Thereafter, one scheduled day of testimonies turned into five in Santa Fe, that ran from the end of September through the beginning of October (each of which I covered here, here, here, here, and here). I served as the expert witness for the plaintiff’s side, along with other witnesses including lawmakers (e.g., a state senator) and educators (e.g., teachers, superintendents) who made various (and very articulate) claims about the state’s teacher evaluation system on the stand. Thomas Kane served as the expert witness for the defendant’s side, along with other witnesses including lawmakers and educators who made counter claims about the system, some of which backfired, unfortunately for the defense, primarily during cross-examination.

See articles released about this ruling this morning in the Santa Fe New Mexican (“Judge suspends penalties linked to state’s teacher eval system”) and the Albuquerque Journal (“Judge curbs PED teacher evaluations).” See also the AFT’s press release, written by AFT President Randi Weingarten, here. Click here for the full 77-page Order written by Judge Thomson (see also, below, five highlights I pulled from this Order).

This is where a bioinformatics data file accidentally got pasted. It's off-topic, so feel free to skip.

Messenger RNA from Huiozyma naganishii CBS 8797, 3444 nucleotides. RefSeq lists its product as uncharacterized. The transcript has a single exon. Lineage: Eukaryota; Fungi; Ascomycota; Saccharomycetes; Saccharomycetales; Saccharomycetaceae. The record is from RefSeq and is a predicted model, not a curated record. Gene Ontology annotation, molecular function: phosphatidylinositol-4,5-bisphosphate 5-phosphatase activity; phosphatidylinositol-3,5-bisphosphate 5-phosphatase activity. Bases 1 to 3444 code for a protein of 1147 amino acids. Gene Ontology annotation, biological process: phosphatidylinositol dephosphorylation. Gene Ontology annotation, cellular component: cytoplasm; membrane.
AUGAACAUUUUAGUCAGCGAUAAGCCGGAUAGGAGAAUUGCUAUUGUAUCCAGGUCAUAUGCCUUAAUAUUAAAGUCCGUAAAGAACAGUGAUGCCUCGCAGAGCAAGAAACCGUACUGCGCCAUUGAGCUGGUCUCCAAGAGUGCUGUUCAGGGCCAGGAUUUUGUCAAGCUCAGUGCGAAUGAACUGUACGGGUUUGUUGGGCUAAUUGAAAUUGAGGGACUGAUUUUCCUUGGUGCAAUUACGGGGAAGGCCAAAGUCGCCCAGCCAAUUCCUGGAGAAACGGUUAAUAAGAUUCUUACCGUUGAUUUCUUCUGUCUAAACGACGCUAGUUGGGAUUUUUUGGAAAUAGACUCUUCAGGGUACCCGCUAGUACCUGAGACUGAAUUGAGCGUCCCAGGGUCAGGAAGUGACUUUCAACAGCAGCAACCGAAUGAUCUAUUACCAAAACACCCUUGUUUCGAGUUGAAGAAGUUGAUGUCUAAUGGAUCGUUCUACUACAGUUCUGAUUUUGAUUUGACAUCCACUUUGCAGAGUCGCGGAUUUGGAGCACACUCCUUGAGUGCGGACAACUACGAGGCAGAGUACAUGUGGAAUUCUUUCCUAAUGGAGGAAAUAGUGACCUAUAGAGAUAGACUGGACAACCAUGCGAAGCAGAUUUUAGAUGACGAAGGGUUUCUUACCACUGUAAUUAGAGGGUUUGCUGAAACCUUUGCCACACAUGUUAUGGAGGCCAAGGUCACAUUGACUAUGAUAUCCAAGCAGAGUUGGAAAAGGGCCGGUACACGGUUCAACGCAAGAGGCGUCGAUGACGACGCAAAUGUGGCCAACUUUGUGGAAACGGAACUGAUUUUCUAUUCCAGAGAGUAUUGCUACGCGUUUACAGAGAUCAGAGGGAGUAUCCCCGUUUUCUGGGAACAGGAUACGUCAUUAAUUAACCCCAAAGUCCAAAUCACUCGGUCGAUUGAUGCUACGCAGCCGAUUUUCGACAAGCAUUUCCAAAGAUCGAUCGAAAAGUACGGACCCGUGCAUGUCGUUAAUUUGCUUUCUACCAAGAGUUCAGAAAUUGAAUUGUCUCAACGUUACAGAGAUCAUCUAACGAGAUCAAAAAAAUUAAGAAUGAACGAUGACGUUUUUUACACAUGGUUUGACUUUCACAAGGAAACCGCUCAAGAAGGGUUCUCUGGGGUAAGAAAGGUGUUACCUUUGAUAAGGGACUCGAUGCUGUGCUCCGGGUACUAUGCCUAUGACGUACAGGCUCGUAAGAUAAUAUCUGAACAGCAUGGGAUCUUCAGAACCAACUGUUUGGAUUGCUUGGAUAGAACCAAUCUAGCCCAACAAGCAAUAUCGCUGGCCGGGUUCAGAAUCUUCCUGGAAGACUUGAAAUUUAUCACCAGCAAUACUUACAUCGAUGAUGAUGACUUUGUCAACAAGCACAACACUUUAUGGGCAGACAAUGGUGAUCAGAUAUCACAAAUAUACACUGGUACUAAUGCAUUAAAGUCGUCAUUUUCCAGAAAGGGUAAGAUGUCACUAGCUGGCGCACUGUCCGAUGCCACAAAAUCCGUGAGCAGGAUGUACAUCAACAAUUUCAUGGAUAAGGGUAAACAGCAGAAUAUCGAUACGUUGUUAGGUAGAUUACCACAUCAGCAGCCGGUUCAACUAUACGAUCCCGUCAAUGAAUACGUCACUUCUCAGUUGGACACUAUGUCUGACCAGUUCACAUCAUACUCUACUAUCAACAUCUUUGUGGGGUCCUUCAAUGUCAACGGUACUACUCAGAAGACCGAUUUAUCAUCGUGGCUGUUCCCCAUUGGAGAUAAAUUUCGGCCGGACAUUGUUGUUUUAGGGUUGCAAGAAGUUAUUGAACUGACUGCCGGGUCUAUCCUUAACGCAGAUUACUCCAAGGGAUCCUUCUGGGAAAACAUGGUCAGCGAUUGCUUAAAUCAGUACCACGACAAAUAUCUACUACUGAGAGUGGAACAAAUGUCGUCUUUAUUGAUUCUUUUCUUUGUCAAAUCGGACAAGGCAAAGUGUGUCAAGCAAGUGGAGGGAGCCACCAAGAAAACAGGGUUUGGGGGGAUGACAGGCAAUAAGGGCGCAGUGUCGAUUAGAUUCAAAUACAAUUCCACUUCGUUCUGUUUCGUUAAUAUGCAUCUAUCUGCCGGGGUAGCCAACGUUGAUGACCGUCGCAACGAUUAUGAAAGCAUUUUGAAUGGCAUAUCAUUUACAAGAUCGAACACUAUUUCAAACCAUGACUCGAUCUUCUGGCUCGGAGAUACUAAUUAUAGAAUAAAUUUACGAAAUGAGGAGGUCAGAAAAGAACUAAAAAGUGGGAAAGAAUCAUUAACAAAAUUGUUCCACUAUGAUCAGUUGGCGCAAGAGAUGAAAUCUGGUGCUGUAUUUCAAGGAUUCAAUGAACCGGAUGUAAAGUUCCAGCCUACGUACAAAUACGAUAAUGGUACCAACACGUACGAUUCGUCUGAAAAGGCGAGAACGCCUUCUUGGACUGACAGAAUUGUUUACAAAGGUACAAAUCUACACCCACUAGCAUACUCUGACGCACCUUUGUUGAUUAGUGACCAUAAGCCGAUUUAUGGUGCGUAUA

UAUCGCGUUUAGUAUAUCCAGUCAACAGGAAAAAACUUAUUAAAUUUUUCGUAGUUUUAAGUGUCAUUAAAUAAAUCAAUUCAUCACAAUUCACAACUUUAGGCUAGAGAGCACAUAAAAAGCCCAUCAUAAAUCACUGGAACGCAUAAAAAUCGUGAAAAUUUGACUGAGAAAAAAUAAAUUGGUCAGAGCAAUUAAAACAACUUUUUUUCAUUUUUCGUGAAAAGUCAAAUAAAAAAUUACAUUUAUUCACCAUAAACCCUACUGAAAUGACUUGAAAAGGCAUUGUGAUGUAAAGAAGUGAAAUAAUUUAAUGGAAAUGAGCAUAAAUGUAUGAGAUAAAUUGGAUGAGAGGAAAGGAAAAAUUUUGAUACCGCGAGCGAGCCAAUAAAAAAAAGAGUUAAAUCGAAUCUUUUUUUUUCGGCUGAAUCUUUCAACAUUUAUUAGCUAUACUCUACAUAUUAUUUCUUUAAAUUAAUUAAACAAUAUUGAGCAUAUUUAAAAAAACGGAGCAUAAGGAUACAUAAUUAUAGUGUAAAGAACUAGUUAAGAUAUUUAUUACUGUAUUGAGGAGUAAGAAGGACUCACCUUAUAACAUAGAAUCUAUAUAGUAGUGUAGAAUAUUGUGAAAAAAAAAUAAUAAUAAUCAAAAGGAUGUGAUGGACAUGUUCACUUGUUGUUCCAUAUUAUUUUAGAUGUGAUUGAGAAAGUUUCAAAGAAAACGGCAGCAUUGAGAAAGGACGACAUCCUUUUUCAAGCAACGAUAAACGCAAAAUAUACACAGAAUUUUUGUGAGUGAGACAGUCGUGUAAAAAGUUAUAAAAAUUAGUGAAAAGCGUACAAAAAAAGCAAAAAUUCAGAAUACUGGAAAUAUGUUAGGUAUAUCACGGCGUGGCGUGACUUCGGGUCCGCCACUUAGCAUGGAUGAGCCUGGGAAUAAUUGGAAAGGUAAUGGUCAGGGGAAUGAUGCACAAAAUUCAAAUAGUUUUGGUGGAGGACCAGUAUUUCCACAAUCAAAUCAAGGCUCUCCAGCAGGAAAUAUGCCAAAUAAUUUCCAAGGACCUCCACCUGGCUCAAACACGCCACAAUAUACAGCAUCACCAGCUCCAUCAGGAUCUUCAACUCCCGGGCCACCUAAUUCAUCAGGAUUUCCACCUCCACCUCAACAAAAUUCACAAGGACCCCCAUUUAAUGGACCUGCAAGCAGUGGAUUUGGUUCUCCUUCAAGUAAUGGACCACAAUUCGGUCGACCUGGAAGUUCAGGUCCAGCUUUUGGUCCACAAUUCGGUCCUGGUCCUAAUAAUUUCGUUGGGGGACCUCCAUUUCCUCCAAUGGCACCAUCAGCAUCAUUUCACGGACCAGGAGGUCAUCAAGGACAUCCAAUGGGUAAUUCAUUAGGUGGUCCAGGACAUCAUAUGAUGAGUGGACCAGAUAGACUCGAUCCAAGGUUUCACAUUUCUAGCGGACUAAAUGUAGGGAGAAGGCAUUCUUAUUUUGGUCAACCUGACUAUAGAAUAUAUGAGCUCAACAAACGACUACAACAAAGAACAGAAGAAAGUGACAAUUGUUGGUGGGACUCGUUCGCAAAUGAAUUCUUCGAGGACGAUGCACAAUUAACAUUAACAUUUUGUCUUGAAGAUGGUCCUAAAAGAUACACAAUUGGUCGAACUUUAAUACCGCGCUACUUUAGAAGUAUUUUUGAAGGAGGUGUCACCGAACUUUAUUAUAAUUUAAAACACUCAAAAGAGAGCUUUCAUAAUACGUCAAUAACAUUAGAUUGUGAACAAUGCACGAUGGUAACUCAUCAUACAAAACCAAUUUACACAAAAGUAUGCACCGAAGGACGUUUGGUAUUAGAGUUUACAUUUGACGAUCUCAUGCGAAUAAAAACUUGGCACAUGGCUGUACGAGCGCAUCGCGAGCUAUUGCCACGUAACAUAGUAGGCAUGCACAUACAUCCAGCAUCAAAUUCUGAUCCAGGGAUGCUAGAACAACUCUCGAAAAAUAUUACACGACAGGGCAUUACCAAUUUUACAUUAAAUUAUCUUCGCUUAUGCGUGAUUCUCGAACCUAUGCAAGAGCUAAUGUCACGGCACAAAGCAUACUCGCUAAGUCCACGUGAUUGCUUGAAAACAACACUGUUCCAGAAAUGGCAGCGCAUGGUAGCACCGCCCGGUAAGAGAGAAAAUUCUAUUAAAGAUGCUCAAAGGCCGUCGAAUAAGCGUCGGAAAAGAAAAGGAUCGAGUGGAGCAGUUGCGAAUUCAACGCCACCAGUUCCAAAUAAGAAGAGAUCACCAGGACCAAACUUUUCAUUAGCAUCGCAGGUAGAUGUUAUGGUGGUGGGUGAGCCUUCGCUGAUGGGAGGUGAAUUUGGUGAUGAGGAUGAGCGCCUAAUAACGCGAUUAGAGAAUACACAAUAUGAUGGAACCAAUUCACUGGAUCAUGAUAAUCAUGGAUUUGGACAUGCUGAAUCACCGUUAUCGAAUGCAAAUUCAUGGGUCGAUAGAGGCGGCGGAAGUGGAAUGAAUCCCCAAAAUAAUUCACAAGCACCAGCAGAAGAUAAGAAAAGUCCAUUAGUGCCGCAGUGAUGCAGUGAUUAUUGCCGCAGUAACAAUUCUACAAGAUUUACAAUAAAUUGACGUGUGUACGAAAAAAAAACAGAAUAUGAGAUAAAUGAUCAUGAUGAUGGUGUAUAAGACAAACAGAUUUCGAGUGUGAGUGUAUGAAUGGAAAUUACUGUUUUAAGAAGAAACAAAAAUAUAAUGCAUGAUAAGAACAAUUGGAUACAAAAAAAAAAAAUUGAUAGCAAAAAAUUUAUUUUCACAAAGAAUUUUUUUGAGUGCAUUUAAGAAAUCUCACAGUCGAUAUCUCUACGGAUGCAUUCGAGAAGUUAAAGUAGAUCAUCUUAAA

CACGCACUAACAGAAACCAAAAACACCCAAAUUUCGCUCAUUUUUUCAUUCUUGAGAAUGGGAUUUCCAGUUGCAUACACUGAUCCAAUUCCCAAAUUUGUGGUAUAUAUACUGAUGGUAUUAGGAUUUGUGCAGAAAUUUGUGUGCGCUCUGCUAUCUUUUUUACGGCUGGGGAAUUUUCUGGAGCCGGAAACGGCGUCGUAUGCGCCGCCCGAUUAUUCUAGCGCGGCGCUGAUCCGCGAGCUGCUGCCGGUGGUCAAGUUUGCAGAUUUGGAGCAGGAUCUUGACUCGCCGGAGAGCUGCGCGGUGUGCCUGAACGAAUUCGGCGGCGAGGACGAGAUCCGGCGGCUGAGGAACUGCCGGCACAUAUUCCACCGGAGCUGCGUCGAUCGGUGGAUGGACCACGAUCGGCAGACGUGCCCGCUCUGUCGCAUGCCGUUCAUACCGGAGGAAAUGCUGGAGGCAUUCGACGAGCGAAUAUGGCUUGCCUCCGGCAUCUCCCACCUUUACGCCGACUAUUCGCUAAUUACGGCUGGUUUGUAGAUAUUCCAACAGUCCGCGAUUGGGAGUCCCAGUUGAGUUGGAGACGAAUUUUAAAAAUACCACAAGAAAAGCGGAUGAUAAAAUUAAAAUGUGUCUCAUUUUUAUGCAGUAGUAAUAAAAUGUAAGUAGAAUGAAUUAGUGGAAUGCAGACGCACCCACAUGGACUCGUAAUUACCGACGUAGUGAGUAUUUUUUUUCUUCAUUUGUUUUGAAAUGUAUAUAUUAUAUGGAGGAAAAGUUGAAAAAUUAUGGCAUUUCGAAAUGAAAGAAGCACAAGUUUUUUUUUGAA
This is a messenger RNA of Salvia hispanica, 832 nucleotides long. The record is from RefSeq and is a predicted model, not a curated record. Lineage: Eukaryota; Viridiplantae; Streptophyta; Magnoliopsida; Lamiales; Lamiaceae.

The journalist of the Santa Fe New Mexican, though, provided the most detailed information about Judge Thomson’s Order, writing, for example, that the “ruling by state District Judge David Thomson focused primarily on the complicated combination of student test scores used to judge teachers. The ruling [therefore] prevents the Public Education Department [PED] from denying teachers licensure advancement or renewal, and it strikes down a requirement that poorly performing teachers be placed on growth plans.” In addition, the Judge noted that “the teacher evaluation system varies from district to district, which goes against a state law calling for a consistent evaluation plan for all educators.”